Baltimore Revisited: Social History for the Twenty-First Century City is an edited collection currently underway that draws from a wide range of researchers inside and outside of the academy to tell the stories of how and why Baltimore looks and functions as it does today. The project is revisiting the popular and important 1991 book The Baltimore Book: New Views of Local History. In this session we will discuss what should be included in a new book on the city’s local and social history and why. What is essential? What might be forgotten or overlooked? How can the book function as a solid introduction to the stories of Baltimore? How can the book best serve scholars, students, and the general public?
Dr. Nicole King is an associate professor and chair of the Department of American Studies and director of the Orser Center for the Study of Place, Community, and Culture at UMBC. She received her Ph.D. in American Studies from the University of Maryland, College Park in 2008 and a M.A. in Comparative Literature and Cultural Studies from the Foreign Languages and Literatures Department at the University of New Mexico in 2001. Her research and teaching interests focus on issues of place, economic development, identity, and power. Kingâ€™s scholarship analyzes changes to the social and built environment during the rise of consumer culture in the twentieth centuryâ€”such as the development of vernacular landscapes of tourism in the U.S. South and the decline of industrial neighborhoods in Baltimore. She is currently working on a study of the history of arts districts and issues of development in Baltimore.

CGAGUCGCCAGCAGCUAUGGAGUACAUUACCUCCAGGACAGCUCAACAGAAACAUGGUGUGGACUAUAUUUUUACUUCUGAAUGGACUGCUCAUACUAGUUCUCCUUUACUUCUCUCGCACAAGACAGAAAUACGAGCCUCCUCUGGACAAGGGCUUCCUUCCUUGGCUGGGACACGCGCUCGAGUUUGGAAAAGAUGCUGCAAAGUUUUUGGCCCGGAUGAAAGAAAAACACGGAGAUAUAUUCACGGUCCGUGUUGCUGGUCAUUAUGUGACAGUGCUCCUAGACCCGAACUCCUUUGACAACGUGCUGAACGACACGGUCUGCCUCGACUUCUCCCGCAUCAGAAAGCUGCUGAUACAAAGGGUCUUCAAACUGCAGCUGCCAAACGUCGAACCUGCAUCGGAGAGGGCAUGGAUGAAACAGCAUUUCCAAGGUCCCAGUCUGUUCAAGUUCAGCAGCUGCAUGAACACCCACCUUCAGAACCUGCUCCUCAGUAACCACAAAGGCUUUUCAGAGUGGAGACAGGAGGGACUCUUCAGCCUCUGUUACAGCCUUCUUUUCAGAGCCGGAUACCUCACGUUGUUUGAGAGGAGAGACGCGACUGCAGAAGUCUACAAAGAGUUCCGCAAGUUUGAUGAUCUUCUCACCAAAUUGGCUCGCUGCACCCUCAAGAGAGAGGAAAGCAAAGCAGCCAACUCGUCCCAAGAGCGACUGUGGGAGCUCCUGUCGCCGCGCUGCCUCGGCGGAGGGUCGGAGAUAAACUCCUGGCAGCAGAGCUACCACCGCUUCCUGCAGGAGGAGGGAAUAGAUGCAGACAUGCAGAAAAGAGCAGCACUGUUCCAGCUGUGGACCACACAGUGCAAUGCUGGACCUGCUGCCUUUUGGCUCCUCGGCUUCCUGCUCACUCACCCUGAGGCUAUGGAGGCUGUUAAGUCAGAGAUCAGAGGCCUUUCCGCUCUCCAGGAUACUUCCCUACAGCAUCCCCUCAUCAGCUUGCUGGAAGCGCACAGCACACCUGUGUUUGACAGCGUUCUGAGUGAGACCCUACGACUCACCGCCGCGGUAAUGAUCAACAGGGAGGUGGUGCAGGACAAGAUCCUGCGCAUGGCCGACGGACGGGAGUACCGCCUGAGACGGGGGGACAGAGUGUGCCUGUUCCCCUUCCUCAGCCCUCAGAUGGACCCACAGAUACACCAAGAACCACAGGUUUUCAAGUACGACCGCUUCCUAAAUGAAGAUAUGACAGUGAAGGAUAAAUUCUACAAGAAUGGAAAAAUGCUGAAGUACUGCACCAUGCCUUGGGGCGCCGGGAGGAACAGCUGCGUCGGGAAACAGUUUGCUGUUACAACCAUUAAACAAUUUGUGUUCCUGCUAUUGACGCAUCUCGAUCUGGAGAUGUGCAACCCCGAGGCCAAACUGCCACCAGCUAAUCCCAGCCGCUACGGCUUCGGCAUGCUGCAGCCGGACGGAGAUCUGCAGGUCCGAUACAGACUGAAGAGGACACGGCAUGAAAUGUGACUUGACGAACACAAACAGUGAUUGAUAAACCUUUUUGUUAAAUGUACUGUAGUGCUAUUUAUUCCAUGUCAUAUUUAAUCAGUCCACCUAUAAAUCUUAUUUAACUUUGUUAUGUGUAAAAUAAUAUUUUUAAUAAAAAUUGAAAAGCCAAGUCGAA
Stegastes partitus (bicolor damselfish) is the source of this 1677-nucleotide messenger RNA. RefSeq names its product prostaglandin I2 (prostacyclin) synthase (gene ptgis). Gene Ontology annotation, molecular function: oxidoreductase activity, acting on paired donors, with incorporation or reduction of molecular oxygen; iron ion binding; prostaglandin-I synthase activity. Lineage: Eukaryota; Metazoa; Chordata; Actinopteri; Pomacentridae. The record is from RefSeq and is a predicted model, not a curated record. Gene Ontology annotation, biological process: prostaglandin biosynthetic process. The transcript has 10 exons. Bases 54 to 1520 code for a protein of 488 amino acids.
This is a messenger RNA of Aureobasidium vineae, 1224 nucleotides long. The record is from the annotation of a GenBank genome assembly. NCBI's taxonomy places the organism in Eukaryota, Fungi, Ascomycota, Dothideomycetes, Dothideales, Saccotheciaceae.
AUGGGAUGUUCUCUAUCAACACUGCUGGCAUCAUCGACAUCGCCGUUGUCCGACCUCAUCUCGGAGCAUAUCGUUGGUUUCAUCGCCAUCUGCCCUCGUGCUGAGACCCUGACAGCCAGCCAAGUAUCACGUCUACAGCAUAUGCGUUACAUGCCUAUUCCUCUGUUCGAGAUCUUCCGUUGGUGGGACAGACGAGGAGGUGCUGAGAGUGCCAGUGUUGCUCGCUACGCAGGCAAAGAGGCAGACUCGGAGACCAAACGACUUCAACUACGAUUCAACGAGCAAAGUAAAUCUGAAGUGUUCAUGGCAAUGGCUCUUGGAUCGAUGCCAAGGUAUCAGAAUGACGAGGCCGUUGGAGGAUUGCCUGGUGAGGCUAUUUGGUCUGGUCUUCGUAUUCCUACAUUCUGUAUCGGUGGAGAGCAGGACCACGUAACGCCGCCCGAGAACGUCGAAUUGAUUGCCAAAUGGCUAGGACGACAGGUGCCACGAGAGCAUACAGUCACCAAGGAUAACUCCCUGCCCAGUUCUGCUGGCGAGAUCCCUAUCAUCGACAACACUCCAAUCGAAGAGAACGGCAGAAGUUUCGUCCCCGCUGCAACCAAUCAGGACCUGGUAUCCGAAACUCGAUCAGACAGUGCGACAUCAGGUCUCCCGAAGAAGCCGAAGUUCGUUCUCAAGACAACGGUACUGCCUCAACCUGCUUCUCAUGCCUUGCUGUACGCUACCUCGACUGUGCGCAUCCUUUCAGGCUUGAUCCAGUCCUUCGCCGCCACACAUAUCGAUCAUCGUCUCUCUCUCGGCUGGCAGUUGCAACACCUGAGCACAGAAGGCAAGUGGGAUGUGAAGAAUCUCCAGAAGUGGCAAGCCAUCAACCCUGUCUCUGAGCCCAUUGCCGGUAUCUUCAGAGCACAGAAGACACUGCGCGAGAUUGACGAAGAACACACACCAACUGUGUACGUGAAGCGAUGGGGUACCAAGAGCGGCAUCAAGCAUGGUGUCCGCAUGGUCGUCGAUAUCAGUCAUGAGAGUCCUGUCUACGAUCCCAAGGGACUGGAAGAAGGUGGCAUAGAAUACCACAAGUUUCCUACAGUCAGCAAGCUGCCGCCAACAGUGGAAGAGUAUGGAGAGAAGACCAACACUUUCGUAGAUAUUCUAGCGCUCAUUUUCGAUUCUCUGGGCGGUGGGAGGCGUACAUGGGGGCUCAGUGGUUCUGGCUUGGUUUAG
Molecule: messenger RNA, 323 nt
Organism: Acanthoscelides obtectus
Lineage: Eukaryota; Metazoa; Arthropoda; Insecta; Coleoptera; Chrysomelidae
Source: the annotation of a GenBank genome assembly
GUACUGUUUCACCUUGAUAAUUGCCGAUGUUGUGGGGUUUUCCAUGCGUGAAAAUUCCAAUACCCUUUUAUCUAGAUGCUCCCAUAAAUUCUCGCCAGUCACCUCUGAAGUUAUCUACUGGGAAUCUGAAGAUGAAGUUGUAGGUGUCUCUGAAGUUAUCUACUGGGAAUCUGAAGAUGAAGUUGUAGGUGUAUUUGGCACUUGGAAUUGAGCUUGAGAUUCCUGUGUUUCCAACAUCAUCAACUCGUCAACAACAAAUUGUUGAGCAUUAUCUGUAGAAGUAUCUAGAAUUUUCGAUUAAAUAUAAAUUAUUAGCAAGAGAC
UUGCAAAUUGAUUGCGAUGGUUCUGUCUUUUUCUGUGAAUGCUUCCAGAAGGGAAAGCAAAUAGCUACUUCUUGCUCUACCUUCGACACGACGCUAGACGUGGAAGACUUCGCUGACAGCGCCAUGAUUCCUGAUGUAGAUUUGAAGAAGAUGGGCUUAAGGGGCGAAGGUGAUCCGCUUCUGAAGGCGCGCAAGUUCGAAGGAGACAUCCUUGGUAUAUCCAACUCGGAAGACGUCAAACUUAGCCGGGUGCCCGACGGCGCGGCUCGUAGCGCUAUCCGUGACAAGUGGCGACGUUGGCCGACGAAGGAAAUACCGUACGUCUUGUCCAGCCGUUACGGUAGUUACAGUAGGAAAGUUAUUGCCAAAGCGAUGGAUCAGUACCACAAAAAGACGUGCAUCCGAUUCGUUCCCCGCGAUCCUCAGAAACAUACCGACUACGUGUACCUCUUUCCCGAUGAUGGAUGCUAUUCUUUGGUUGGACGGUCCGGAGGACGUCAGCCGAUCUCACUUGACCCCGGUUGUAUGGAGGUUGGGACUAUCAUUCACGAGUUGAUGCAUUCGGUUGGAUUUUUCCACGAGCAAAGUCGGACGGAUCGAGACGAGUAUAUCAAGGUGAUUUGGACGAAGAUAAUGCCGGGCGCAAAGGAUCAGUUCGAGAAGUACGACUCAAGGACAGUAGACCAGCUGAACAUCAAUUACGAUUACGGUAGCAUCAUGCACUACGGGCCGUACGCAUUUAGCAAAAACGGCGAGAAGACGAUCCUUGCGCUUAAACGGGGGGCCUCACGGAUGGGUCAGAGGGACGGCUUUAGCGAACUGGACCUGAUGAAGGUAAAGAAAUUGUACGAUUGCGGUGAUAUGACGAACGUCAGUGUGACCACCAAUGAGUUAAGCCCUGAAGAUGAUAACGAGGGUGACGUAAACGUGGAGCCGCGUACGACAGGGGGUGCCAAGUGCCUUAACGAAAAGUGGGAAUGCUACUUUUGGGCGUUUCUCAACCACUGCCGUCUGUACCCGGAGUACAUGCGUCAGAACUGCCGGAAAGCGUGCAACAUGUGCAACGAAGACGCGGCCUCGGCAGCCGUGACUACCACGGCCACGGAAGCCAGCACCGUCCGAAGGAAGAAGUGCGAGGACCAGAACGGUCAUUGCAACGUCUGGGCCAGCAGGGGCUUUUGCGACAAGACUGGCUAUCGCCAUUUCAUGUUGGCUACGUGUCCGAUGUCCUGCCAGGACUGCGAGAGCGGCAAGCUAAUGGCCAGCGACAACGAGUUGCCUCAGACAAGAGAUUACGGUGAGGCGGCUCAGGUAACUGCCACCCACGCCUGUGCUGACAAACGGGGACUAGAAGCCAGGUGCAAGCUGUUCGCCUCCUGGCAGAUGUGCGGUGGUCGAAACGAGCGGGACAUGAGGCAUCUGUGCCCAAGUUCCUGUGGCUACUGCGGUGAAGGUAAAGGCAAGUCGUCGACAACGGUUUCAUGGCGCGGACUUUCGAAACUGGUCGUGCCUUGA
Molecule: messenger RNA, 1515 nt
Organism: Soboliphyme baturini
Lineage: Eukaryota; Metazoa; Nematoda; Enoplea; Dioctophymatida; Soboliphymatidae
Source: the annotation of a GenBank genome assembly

This is for persons who have at least some idea about what is in one or more of the following books by Loewen:
Lies My Teacher Told Me: Everything Your American History Textbook Got Wrong
The Confederate and Neo-Confederate Reader: The “Great Truth” about the “Lost Cause”
Lies Across America: What Our Historic Sites Get Wrong
Sundown Towns: A Hidden Dimension of American Racism
—Sam Hopkins, Board Member, Baltimore City Historical Society
Sam Hopkins is interested in the phenomena that causes important history be be: inaccurately taught or shared or otherwise to become accepted truth and wisdom believed by huge portions of the public, including the well educated; not known at all by the same large part of even the most educated among us. So, my special interests are the research and writing of James Loewen and also the Naturalization Act of 1790 that restricted naturalized citizenship to “free white persons” and the fact this racial restriction was not repealed until 1952.
In 2015, it’s clear that social media plays a major role for cultural institutions such as museums, parks, and nonprofit organizations. Whether your institution is large enough to have a dedicated staff member for online communications/social media or these duties are just one of many hats you wear, let’s discuss how to maximize social media for public history and preservation purposes.
What do you see as the function of social media at your organization? How do you measure success? Who is your target audience, and are you reaching them on social media? At your institution, is social media a means to another goal (such as visiting your site or attending a program), or is online engagement itself the goal? What has worked in the past, and what do you hope to try moving forward? How does your social media correspond with your programs, website, etc.?
I am a public historian working in heritage tourism. The power of historic places is unlike anything else–and that motivates me to promote preservation and sustainable engagement with historic resources. I’m currently working on my graduate thesis, a digital history project on the Battle of Baltimore in collaboration with Baltimore Heritage.